San José, Costa Rica, since 1956

A Tulip by Any Other Name Is Still a Tulip

In the year 1636, a single tulip bulb allegedly was traded for, among other items, four fat oxen, eight fat swine, two tons of butter, a suit of clothes and a silver drinking cup.

At the Dr. Rafael Angel Calderón Guardia Museum in San José on Tuesday, girls in clogs were handing them out to a jostling crowd for free.

Although the tulip may have lost its power in the economic sense, appreciation of the symbolic flower has by no means waned.

At the launch of the museum’s latest exhibition called “The Tulip, aesthetic appreciations of a Dutch icon,” Dutch Ambassador to Costa Rica Matthijs van Bonzel said, “In this exhibition the protagonist is one of Holland’s most well-known symbols: the tulip.

“It is a flower of significant economic, political, historical and artistic importance and was even eaten by Dutch communities isolated during the World War II’s winter of 1944.”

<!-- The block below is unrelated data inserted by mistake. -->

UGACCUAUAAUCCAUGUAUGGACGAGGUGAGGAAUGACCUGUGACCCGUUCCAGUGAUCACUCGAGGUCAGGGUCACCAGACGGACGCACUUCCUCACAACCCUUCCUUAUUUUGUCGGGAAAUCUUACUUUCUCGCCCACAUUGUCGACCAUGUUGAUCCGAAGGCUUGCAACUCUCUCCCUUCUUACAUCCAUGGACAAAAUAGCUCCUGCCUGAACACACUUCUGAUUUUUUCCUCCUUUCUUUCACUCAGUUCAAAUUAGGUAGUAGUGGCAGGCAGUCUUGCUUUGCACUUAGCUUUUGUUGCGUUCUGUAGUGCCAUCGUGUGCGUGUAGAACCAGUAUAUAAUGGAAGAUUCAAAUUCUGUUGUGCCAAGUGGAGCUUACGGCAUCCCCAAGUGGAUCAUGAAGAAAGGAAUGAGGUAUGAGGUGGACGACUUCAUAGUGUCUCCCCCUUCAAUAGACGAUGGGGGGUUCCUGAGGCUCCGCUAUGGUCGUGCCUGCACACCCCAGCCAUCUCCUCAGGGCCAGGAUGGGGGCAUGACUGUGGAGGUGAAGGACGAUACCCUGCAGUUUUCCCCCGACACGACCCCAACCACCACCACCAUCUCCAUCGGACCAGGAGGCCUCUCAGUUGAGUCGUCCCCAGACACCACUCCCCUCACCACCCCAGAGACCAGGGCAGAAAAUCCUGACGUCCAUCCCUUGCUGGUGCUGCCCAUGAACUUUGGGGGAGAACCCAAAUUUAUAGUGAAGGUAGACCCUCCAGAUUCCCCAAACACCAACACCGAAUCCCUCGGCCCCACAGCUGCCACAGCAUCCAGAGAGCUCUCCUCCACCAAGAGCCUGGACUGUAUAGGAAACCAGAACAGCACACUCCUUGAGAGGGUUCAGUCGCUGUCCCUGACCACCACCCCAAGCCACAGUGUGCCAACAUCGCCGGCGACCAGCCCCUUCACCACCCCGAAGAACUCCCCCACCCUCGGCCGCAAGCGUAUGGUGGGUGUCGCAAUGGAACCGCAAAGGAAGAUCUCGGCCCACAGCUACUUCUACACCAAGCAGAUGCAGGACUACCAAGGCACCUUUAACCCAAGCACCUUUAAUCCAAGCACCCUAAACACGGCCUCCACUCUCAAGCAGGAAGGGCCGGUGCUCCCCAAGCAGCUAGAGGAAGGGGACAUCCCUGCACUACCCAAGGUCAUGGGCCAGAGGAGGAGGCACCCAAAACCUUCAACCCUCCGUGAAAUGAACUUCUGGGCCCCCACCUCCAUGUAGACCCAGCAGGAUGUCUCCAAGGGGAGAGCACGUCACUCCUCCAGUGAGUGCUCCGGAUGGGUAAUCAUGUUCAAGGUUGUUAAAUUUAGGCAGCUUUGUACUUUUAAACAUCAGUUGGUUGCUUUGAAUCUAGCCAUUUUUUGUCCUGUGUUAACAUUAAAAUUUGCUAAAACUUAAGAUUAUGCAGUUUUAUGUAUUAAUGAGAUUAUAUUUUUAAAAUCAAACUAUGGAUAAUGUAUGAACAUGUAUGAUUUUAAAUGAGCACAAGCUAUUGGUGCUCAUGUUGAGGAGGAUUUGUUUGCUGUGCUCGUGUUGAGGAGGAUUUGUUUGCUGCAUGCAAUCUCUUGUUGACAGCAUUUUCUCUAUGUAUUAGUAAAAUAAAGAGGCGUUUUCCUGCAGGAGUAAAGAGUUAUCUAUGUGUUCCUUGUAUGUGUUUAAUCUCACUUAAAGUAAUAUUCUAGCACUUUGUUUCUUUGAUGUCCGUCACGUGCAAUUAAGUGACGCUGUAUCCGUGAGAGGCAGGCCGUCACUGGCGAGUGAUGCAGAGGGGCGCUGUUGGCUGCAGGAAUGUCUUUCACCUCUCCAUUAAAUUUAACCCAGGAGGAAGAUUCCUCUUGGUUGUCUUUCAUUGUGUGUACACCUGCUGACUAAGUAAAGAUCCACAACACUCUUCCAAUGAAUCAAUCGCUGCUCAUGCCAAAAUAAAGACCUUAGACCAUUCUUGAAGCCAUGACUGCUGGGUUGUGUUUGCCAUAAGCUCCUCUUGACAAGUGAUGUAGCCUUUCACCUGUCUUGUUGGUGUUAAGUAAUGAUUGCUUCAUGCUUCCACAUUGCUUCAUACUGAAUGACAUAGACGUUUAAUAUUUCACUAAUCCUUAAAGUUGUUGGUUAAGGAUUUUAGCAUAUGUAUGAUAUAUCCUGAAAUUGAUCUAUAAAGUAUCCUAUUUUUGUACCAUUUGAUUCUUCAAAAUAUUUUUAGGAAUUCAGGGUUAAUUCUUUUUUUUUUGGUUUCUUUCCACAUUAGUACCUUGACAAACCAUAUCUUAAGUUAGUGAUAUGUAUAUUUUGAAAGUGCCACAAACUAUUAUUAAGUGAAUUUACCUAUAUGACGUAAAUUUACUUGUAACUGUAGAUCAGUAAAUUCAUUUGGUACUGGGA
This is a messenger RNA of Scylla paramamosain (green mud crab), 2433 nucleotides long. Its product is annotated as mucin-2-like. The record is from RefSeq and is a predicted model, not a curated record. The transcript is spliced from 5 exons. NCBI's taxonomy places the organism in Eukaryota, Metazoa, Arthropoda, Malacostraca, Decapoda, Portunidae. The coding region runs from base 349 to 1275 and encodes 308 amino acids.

The month-long exhibit consists of 26 works of art inspired by the bulbous flower that was introduced to Europe from the Ottoman Empire in the mid-16th century.

Twenty-one renowned Costa Rican artists – including Francisco Munguía, Rafa Fernández, Rolando Garita and Miguel Casafont – share the gallery walls with five artists from Holland, including Johannes Boekhoudt and Margreet Wielemaker.

Referring to his acrylic representation of the tulip, “Extasis,” Miguel Casafont said, “I usually paint Costa Rican tropical plants – subjects that are certainly more aggressive than the tulip in their color and shape – so this work was much more delicate.

“I must have gone through nearly 50 tulips in the three weeks that it took me to paint this. But that’s fine because they are now decorating my house.”

Artist Rolando Cubero, referring to his oil painting of a bare-chested beauty surrounded by tulips, entitled “Ave gratia plena,” said that he “played around with a few concepts here, and the final product is as much contemporary as it is classical.”

The exhibition is on until Dec.4, 2009.


Comments are closed.